Few people worry about spoken language, therefore it is very common to hear the two words pronounced as homophones on the street. Keep in mind that we're talking about what is likely the majority of the English speaking peoples, who also pronounce the word "probably" as "prolly," which doesn't mean the word probably rhymes with holly.

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    First, you say no, but then you describe 'yes'. Second, 'people who take the time to learn and practice good enunciation' are not the gatekeepers of what is and isn't, correct language use. All the people who speak it, collectively, are. Third, 'probably' and 'prolly' are two different words. The written abbreviated form preceded the spoken. One wonders: do you enunciate and pronounce the 'th' in Sou'wester? ;-)
    – mcalex
    Jan 24, 2023 at 1:43
  • @mcalex First, I say "officially, no." Then, I say, "unofficially, yes." People who speak English correctly are, by definition, the gatekeepers of what is and is not correct English. And by your final logic, there should be two words: patients and patiens. It isn't true - just as there aren't two words, probably and prolly. Unsurprisingly, the word "prolly" doesn't appear in the Merriam-Webster dictionary. It doesn't even appear in dictionary.com, which is the most liberal dictionary I know about.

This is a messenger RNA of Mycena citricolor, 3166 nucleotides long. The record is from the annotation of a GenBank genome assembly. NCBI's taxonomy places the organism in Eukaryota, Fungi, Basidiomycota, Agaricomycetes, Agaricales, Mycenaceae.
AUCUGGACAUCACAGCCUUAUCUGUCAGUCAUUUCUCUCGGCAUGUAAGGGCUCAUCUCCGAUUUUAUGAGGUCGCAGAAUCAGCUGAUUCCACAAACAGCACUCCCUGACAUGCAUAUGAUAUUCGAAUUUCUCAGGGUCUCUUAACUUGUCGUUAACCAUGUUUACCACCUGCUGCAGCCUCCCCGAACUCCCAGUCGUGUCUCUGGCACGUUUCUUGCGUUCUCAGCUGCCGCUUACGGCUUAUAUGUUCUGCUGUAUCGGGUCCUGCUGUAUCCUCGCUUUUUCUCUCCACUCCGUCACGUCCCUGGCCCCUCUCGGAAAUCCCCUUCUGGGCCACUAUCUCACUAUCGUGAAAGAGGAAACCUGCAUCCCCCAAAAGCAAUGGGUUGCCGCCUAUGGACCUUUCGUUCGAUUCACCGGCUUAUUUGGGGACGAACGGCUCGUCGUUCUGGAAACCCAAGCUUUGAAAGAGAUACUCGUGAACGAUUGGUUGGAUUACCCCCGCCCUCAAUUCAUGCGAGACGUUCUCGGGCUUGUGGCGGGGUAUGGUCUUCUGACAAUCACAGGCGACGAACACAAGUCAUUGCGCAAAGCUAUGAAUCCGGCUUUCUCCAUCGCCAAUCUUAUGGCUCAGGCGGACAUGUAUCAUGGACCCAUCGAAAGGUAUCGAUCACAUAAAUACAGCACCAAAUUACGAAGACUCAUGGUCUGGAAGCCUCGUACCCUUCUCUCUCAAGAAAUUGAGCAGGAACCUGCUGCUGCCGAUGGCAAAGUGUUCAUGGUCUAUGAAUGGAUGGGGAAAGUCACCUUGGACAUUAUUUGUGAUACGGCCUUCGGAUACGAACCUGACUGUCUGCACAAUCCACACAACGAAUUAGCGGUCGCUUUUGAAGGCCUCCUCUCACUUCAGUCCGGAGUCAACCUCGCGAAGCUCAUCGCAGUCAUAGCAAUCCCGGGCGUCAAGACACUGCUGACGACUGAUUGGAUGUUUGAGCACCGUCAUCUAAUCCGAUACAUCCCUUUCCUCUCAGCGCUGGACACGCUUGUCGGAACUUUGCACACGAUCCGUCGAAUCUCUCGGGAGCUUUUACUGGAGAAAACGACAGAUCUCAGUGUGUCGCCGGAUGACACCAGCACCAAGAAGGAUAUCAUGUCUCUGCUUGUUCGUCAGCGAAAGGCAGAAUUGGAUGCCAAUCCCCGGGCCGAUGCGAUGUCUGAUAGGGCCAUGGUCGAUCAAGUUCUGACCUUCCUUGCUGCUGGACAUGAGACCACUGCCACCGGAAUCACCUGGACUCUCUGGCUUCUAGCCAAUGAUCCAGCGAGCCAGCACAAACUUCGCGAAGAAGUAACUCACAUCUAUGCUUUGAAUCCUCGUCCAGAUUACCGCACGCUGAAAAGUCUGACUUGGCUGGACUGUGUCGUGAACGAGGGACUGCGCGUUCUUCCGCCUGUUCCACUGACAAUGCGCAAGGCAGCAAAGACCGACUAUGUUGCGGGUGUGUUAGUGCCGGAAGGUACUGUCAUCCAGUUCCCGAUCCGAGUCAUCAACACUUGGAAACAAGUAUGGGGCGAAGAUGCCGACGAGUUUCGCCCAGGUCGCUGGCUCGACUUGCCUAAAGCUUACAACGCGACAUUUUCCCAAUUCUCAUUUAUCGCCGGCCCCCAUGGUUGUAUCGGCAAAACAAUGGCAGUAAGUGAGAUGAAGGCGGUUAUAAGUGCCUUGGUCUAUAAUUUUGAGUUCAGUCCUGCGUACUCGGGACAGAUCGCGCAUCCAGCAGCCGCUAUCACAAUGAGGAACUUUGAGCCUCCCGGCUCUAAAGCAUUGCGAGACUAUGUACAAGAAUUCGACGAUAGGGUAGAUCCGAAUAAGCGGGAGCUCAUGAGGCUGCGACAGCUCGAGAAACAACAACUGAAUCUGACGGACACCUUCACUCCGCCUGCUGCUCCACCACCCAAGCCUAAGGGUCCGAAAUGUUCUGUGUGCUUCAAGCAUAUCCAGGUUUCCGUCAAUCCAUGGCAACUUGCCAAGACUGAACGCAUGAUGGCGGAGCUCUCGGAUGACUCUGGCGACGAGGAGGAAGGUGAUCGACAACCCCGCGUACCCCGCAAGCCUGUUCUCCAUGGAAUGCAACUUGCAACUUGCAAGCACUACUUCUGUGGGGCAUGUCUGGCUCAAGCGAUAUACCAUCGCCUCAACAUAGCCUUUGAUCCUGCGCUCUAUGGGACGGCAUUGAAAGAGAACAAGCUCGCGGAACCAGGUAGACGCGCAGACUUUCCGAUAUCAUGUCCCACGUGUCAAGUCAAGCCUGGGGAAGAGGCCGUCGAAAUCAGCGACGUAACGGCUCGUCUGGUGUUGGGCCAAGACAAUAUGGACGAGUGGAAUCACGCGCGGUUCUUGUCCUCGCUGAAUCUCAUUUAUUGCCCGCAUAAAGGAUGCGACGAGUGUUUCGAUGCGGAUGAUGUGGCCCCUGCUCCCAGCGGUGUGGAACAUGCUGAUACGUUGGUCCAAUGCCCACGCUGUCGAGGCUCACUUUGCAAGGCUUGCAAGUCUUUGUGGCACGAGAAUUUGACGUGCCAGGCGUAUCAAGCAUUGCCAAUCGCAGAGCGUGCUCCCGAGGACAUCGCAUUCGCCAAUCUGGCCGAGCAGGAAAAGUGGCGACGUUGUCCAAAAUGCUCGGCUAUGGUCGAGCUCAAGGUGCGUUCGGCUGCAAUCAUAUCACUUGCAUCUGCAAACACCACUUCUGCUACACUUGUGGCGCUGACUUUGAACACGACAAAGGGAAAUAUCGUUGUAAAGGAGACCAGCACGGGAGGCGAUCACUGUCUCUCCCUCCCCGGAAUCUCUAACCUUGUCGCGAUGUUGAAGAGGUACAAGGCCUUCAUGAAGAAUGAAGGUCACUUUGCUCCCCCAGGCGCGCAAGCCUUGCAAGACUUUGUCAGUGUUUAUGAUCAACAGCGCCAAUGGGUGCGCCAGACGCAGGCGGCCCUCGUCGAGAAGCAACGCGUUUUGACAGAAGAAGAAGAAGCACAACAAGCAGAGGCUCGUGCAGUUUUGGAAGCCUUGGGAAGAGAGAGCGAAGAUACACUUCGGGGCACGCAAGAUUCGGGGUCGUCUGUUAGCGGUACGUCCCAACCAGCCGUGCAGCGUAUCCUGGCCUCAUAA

– JBH
    Jan 24, 2023 at 2:51
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    "People who speak English correctly" are literally people whose meaning is understood by their listener and has zero to do with where one's tongue happens to be at the time. Not sure how 'liberal' Collins and Macmillan are but there ya go. One wonders: is "ain't" considered a word over in Prescriptivityland ;-)
    – mcalex
    Jan 24, 2023 at 7:17
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    @ReversedEngineer School pupils who are being taught by their teachers how to make themselves understood, no; but Presidents of the USA? Absolutely! Although I wouldn't call them "gatekeepers", just "sources"; there is no "gate" that anyone can keep, language just happens. How do you think normalcy made it into dictionaries, even though "normality" was previously accepted as the "correct" word? Because people in positions of power have prestige, and prestige is one of the things that shapes the evolution of the language (any language).
    – IMSoP
    Jan 24, 2023 at 17:20
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    It doesn't make sense to say that something "is not" a homophone, but is "pronounced as" a homophone. Homophony is a fact about pronunciation (and, perhaps, about perception), so if someone pronounces two words indistinguishably, it by definition is a homophone, for that speaker. What you're really saying is that they frequently are homophones, but according to some authority they shouldn't be. English has a huge number of words which were once pronounced differently, but at some point became homophones; that's a description of how they're pronounced, not a decision somebody made.
    – IMSoP
    Jan 24, 2023 at 17:26